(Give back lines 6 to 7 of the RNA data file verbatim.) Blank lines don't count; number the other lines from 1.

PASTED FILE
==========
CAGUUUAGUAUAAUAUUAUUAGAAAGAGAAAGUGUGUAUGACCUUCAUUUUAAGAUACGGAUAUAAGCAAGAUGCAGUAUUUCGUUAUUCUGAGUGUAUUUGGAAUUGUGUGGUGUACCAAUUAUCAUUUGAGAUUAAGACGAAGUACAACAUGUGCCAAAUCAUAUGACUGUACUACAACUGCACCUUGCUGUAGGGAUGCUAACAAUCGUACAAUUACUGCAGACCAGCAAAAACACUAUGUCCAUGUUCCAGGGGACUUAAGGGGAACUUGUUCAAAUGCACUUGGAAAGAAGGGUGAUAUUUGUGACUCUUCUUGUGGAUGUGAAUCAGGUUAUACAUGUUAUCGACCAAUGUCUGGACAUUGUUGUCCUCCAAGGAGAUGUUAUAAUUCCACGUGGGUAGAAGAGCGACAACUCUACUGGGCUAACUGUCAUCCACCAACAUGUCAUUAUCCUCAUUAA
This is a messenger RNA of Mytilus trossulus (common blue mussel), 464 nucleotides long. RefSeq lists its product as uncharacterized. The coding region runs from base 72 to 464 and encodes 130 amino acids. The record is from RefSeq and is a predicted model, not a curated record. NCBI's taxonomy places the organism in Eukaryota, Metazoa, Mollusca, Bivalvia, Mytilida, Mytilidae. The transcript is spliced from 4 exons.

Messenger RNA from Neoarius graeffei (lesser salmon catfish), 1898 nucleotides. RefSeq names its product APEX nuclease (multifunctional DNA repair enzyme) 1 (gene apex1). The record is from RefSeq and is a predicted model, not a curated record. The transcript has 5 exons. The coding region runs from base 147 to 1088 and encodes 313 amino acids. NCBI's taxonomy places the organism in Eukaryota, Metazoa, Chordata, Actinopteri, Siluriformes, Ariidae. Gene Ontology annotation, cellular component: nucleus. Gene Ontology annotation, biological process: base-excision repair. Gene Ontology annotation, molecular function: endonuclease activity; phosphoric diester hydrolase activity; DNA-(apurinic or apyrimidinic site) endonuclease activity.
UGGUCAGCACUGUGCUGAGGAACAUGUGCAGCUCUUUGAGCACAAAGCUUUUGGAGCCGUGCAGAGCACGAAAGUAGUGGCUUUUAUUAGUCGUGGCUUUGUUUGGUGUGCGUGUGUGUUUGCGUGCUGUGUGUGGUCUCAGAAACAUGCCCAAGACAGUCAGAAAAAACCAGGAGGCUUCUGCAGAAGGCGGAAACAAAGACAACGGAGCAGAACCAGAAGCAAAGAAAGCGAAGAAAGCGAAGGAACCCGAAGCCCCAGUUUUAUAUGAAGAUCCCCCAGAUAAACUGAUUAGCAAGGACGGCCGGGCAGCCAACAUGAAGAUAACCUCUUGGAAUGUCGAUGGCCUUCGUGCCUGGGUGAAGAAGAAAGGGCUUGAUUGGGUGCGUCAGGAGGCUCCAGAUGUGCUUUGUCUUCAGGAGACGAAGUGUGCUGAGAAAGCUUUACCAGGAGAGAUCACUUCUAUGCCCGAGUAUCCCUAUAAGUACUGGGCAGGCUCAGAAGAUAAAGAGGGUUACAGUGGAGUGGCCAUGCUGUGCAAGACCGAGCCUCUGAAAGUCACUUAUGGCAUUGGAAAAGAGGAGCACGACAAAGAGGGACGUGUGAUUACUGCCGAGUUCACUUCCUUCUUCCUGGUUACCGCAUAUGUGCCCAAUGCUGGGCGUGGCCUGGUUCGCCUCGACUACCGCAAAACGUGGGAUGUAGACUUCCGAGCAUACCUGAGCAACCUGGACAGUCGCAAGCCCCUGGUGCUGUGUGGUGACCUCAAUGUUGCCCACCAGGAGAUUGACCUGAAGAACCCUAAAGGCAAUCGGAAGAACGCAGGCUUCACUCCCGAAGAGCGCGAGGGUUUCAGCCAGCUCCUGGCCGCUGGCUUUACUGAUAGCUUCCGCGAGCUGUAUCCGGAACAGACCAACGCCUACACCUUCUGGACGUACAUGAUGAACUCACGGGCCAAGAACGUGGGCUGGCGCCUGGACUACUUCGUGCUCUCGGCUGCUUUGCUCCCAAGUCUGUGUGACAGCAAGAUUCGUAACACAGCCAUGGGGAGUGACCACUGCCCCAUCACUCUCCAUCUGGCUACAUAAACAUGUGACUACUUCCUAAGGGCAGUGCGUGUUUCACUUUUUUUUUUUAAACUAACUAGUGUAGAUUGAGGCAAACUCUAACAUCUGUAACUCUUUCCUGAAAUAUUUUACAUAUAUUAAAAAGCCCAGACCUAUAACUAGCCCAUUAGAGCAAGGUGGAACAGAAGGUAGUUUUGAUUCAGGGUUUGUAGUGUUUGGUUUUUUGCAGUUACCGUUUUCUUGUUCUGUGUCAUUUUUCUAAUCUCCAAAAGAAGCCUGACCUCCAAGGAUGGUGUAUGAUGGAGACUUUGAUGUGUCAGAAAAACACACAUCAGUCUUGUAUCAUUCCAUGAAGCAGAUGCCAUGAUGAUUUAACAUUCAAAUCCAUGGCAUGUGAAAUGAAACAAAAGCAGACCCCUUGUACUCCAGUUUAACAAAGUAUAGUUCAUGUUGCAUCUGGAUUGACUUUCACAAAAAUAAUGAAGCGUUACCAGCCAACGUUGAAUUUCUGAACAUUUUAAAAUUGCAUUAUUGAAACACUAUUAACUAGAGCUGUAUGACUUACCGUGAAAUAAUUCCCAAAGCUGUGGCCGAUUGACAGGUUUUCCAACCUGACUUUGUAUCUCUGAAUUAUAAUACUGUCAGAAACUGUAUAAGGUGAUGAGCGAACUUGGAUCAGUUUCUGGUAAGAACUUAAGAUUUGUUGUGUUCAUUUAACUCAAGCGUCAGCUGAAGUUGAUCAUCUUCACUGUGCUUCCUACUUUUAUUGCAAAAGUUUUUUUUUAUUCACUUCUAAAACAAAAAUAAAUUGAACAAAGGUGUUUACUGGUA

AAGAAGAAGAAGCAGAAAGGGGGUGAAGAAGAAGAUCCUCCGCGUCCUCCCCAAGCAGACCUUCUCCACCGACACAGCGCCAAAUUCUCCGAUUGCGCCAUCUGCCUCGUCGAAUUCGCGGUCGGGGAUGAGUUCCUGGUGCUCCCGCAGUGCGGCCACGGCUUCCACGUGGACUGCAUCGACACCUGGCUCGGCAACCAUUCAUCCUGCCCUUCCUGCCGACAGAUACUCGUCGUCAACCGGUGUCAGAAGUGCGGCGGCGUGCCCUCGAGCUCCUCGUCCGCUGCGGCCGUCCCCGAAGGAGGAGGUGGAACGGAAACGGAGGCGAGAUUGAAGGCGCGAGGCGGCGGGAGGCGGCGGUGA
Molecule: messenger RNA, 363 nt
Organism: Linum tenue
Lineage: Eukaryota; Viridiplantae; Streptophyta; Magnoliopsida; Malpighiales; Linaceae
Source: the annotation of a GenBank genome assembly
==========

Molecule: messenger RNA, 363 nt
Organism: Linum tenue